Never mind all this talk about $10 million donations from casino billionaires to pro-Romney groups and paltry fundraising totals from pro-Obama super PAC Priorities USA. Big-money outside groups are really a boon for the president. Or so some misleading accounts would have you believe.
An analysis of FEC expenditure filings by the National Review concluded that Obama was cleaning Romney’s clock based on spending by super PACs, which can accept unlimited donations:
According to Federal Election Commission data filed from January 2011 through July 3, super PACs and all groups making “independent expenditures” in the political arena have spent $35.3 million in opposition to Romney, and only $9 million in opposition to Obama. Rove’s American Crossroads, for example, has spent $3.1 million this cycle. But only $158,126.17 of that has been spent in efforts opposing President Obama, and a separate $7,500 has been spent on Web ads supporting Mitt Romney. For perspective, the group spent $358,202.98 in mid-June in just one expenditure on “TV/Media Purchases” opposing Democratic Senate candidate Tim Kaine in Virginia, and then spent the same sum a week later in the same race.
But fundraisers for conservative outside groups brag they’re on pace to spend $1 billion against Democrats this election cycle — if true, wouldn’t National Review be ignoring a lot of money? It is. Their analysis turns a blind eye to non-profit political “charities,” which don’t have to disclose donors or even much of their ad spending and are already pumping tens of millions into the race.
For example, while the National Review mocks Democrats for making a bogeyman out of American Crossroads, their myopic focus on super PACs leaves out their anonymous money machine sibling, Crossroads GPS. That group spent $24 million on a single ad buy in May, matching the Obama campaign’s first big ad campaign dollar for dollar, and almost single-handedly closing the super PAC gap cited by National Review.
Americans for Prosperity, a non-profit backed by the Koch brothers, recently announced a $9 million ad campaign against the Affordable Care Act. The group and others connected to the Koch family are planning to spend as much as $400 million this election cycle, but by the National Review’s standards, this overwhelmingly anonymous spending doesn’t count since it’s either not made by a super PAC or not explicitly opposed to a candidate. Ditto for the Chamber of Commerce, even though that group is explicitly cited in the National Review piece as an organization Democrats are worried about.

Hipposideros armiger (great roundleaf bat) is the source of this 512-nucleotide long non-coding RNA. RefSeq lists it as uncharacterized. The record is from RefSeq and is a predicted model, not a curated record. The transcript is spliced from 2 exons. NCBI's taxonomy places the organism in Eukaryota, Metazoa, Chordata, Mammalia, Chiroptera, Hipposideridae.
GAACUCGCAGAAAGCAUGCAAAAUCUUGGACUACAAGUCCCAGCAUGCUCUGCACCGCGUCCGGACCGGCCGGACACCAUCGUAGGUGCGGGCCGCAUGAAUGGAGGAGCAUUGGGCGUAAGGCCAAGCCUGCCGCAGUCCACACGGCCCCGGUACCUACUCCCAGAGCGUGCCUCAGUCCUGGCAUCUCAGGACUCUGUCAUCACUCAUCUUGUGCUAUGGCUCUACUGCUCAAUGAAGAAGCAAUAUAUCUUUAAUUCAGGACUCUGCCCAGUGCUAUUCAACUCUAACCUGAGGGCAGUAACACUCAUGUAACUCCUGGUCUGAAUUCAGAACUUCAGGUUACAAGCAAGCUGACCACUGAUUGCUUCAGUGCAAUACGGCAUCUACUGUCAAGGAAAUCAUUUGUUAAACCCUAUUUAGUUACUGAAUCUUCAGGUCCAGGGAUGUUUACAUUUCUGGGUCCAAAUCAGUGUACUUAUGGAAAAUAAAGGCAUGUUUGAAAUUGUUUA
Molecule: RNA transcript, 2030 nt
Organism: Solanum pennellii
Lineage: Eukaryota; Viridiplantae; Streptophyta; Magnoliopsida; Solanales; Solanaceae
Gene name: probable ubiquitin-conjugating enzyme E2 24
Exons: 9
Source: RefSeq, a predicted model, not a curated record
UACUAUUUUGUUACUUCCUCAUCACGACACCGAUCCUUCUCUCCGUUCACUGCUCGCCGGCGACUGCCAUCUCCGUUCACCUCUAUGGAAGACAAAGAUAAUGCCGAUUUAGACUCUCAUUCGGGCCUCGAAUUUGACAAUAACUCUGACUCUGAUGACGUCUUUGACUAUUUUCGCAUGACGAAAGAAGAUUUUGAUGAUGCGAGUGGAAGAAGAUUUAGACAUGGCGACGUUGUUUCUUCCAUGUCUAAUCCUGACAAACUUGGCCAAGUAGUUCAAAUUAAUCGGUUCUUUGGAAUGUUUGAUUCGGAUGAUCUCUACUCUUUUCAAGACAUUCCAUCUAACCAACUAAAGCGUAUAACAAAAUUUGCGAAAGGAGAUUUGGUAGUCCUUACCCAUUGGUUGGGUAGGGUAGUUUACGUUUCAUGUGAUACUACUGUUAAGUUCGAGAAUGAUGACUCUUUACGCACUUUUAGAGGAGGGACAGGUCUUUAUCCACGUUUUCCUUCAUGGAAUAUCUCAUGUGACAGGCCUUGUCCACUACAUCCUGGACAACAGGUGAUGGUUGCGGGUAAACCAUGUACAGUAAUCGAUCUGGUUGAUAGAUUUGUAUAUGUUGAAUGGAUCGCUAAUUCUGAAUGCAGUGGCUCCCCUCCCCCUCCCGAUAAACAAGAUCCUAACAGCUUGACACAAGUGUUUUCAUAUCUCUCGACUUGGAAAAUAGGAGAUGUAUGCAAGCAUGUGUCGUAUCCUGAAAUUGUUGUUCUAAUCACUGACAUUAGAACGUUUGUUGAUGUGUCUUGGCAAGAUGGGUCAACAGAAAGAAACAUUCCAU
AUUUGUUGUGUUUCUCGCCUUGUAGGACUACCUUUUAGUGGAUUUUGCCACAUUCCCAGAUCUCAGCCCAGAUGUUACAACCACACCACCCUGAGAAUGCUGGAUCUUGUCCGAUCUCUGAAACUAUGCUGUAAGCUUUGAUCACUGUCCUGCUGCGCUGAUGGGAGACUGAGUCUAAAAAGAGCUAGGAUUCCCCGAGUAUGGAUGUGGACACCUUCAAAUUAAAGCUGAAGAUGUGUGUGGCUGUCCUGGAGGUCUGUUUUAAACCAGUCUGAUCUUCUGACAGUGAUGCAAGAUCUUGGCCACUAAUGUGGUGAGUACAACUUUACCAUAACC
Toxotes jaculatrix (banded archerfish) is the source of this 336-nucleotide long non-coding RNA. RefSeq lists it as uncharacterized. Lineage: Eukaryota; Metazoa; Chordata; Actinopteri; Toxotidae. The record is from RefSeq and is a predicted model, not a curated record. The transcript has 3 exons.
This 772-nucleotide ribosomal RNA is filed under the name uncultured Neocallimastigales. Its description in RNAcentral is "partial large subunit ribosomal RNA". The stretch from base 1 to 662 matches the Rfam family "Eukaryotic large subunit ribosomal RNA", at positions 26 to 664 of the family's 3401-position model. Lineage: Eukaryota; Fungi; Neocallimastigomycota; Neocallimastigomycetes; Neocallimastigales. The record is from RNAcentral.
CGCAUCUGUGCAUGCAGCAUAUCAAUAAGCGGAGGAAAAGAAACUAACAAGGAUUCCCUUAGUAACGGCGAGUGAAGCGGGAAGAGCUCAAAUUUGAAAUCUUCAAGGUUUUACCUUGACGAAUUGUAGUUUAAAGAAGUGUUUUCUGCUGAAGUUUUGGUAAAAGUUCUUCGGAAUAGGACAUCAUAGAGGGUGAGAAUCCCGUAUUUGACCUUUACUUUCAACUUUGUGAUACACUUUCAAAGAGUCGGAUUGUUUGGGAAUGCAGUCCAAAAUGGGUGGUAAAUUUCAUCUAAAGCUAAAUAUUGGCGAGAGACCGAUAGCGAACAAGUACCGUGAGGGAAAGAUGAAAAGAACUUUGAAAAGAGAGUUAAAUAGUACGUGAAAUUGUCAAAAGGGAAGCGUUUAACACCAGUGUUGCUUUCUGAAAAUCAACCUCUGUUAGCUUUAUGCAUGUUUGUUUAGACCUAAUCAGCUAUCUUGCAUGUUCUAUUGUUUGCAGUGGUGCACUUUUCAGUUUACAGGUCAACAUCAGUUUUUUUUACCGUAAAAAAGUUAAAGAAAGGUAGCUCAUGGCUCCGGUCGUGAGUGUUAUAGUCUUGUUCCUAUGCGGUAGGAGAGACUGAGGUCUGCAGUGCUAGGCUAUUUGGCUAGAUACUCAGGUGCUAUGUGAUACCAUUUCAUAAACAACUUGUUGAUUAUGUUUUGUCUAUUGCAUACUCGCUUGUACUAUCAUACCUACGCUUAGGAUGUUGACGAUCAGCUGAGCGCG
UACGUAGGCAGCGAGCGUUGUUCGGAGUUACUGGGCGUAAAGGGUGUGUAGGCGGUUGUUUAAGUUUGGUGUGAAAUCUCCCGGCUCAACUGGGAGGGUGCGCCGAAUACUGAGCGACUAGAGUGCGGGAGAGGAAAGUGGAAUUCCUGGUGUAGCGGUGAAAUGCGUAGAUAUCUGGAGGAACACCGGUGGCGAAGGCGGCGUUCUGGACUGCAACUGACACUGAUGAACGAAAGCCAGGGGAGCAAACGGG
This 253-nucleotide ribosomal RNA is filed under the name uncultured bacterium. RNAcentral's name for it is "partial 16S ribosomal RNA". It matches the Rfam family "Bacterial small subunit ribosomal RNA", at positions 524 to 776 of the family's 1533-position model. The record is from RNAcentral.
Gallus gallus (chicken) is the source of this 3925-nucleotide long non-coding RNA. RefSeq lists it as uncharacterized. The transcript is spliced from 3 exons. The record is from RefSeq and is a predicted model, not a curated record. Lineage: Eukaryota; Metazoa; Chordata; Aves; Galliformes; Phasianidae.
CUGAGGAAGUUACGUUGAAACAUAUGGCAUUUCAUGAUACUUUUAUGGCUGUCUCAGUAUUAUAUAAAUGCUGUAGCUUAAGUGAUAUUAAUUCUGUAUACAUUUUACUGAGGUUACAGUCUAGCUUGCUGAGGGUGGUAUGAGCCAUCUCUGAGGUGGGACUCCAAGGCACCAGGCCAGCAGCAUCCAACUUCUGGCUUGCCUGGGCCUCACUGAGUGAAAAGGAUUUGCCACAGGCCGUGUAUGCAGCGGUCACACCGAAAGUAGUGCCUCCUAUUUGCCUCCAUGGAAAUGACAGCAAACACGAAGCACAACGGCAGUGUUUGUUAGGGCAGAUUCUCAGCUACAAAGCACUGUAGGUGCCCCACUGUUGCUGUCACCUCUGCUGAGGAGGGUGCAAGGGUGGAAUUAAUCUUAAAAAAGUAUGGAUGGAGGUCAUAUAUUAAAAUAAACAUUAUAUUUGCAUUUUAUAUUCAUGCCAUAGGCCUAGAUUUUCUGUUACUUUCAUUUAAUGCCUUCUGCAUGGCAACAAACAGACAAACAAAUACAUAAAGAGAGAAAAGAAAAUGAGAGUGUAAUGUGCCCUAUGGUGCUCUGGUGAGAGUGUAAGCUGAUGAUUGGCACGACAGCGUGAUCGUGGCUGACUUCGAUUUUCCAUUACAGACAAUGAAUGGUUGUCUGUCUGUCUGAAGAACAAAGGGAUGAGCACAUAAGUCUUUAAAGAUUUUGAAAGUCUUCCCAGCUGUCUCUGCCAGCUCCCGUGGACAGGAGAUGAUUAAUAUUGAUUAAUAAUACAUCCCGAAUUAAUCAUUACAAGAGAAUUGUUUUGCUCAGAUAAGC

Even super PAC spending on tough ads that don’t directly endorse Romney or tell voters to oppose Obama might not be easy to find without digging into their monthly FEC reports.
“The problem is that we’re seeing the information on spending right now only for ads that are very specific, expressly advocating the defeat of a candidate,” Bob Biersack, senior fellow at the Center for Responsive Politics, told TPM. “But if you’re running what are called ‘issue ads,’ those ‘Call the president and tell him to stop being stupid’ ads … it’s not even disclosed to the FEC.”
Crossroads GPS announced its buy, but more often it’s difficult to find out when other non-profits advertise at all and how much they spent. Republicans in the House are currently trying to block the FCC from requiring that information be posted to the Internet — currently it has to be obtained in-person from TV network offices. That means a review of the FEC is essentially worthless on its own as a measure of outside spending. Only private advertising analysts have a decent idea of how much money is flooding the airwaves.
Bottom line: If it strikes you as implausible that Democrats are winning the outside money race, it’s because they aren’t.
Benjy Sarlin is a reporter for Talking Points Memo and co-writes the campaign blog, TPM2012. He previously reported for The Daily Beast/Newsweek as their Washington Correspondent and covered local politics for the New York Sun.